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So I've been corrected. Right here in my community of LJ Friends. And I totally trust what my mentor tells me. She should know. She's an IAF veteran, now a Reservist involved in very classified national security work, in fact.

So, this was not classified! What I have thought was a Menorah is not so simple at all.

There are two kinds of Menorahs.

One kind is called a Hanukkiah Menorah, which is an eight-branched candelabrum proceeding from a single central stem. The stem has one more candleholder built into it and is usually higher than the line of the other eight, or outside of that line. Total = nine.

The other kind is called a Temple Menorah, which is a six-branched candleabrum designed with one more {as above,} total = seven candles.

The seven-candle variation is described in Exodus 25, 31-46. Precise details on how to build it.

On each one of them, the center candle, the 'shamash', is one of the historical names for SUN, and that name goes all the way back to the Hammurabi Code, 4600 years ago now, or so.

The tradition is that when the Jewish Temple in Jerusalem was occupied and desecrated, the surviving rabbis only found enough consecrated olive oil remaining to keep the eternal flame of the faith going for a single day longer. So they poured it into the sacred vessel anyway. A miracle happened when G-d kept the flame burning for eight days, not just one. That provided enough time for more olive oil to be made and consecrated, so that the flame could have new life over and over again.

I think that is just wonderful.

How the ceremony is done today is that each evening in Chanoeka, each 24-hour period, the shamash is used to light yet another candle in the row. This continues until they are all lighted.

Perhaps the reason there are seven candles on one, and nine on the other one, is that the seven are memorializing the extra days nobody thought would possibly happen?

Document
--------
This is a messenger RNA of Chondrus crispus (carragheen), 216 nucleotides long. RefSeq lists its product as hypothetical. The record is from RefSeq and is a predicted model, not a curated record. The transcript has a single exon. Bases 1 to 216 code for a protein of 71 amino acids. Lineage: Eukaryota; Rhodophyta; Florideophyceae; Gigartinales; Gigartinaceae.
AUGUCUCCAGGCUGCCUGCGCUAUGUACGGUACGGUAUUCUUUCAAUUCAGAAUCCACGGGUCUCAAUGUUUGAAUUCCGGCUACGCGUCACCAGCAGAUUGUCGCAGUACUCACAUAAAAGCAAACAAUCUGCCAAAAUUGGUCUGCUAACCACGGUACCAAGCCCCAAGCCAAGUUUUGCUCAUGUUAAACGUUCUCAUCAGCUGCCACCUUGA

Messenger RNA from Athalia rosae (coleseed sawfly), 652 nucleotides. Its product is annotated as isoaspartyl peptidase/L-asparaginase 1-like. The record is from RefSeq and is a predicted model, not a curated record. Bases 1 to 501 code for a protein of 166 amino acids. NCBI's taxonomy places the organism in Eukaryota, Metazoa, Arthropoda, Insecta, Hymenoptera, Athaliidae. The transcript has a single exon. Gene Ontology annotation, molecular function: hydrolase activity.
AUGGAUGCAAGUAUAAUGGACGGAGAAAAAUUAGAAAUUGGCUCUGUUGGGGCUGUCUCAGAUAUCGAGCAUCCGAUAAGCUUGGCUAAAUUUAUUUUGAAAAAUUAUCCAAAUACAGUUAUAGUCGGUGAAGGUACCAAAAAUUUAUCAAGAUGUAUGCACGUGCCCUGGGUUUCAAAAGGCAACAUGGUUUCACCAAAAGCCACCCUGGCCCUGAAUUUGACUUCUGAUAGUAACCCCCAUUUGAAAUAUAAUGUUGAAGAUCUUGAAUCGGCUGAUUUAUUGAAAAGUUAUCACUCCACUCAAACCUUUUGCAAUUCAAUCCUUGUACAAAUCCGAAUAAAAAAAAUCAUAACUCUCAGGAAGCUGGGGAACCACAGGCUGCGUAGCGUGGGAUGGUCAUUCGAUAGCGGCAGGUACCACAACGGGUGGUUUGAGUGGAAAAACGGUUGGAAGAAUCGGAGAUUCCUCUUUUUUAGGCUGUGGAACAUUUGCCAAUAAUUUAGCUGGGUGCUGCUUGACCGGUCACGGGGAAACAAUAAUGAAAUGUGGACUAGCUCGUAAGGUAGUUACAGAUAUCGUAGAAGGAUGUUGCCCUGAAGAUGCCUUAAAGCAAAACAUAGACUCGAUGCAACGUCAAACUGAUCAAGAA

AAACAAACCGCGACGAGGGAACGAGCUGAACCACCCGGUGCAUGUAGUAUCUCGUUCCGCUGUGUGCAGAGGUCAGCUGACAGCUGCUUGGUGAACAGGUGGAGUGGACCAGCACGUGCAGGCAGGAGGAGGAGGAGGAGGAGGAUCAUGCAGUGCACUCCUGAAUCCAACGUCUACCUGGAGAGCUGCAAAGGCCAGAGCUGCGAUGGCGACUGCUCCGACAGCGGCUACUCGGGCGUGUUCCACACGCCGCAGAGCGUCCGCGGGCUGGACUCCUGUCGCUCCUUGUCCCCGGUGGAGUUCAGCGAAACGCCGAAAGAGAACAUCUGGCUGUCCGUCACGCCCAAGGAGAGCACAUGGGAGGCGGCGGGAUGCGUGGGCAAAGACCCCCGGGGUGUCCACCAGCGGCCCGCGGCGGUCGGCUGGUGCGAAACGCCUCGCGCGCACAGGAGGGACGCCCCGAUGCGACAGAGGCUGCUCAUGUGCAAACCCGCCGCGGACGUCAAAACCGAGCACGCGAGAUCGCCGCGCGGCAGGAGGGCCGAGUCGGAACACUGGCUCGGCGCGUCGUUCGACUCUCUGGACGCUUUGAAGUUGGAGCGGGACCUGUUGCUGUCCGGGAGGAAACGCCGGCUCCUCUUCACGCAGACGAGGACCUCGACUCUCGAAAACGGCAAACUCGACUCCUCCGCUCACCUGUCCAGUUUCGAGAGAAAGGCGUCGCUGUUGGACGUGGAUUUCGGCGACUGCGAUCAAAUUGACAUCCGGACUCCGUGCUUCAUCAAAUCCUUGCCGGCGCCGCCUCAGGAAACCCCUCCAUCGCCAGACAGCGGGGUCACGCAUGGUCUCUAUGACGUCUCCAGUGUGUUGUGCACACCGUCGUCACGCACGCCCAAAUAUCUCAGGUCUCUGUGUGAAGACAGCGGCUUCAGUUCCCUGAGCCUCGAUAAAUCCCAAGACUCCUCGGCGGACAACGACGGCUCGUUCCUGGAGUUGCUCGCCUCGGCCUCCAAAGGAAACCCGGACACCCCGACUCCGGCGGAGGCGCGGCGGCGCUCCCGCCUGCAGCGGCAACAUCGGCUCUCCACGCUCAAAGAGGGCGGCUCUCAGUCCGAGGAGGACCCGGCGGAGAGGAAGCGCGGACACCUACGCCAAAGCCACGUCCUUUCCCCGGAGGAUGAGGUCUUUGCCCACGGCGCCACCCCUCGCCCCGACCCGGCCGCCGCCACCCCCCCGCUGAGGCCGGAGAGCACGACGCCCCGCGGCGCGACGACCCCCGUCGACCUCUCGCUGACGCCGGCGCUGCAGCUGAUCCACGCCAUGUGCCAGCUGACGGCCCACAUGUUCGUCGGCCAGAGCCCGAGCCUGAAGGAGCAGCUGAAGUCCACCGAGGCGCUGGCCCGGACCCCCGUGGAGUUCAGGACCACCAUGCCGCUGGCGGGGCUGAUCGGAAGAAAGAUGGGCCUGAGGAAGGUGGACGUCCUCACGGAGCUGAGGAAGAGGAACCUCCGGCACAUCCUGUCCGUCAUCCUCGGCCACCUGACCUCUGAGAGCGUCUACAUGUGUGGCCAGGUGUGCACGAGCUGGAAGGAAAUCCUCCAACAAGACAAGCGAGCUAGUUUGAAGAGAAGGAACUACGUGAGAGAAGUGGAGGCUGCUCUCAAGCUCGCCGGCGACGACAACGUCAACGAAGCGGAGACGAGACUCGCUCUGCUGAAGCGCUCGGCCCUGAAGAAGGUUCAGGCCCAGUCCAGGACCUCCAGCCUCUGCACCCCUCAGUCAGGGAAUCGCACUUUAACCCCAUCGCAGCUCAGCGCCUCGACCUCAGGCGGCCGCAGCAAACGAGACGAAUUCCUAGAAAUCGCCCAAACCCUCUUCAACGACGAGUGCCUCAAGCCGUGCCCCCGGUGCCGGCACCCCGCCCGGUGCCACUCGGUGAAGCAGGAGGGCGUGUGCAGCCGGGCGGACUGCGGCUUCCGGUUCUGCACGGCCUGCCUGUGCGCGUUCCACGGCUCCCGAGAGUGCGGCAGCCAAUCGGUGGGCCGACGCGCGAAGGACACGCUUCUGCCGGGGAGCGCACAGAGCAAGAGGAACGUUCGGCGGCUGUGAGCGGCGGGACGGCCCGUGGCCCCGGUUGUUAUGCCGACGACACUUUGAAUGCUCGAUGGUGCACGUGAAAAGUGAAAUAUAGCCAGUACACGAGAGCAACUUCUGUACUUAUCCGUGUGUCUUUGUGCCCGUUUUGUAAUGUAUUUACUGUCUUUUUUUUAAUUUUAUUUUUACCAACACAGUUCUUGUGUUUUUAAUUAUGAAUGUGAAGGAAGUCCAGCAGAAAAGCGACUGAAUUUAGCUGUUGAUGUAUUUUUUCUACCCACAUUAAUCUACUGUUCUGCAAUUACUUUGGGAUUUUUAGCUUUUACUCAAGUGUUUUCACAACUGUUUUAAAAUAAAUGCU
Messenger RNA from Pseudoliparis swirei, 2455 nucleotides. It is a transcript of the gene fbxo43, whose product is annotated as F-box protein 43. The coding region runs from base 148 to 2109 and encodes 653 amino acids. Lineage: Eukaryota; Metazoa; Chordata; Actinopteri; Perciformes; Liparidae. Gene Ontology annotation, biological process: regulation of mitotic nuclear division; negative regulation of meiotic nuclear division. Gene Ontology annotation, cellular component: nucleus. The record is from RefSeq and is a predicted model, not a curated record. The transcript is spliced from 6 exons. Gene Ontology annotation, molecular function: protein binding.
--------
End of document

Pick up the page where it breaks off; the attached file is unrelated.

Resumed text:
I'm getting all cranked up about this partly because I didn't learn near enough about it when I was in Sunday School and we'd all go visit our friends' synagogue, and I've believed the wrong -- or incomplete -- thing ever since; and, partly because it's fun to find out these new things about light and faith; and, partly because this is what it looks like downstairs right now:

So we are now at shamash plus four more lights, and I'm still annoyed that the City Hall was locked up for two days so nothing happened to start up these other lights [last night it looked the same as the previous three nights, I came down here to check.] The bigger problem is that the Hanukkiah Menorah here in the capital of Holland has to be set up inside, under cameras, and locked up for security reasons. But we had the same thing at Chabad House on campus --- of all places, in the People's Republic of Vermont --- where the one placed out on the green got totally trashed one year. I think the one outside the House itself on Williams Street gets lighted each evening in a ceremony and then does not stay on when the ceremony's over -- they just relight it the next night and go forward.

I guess I'm just naive, aren't I.

So much for tolerance and brotherhood. Sisterhood.

I think this says far more about the "people" doing it than whatever statement they are trying to advance.

Put out the Light?

No way you can ever do that.

Might as well put out the very Sun.

That may happen someday but prejudiced intolerant persecutors will not be the ones to do it.


kiota too late for the stars
Moonfire Marion Bridge / Brad

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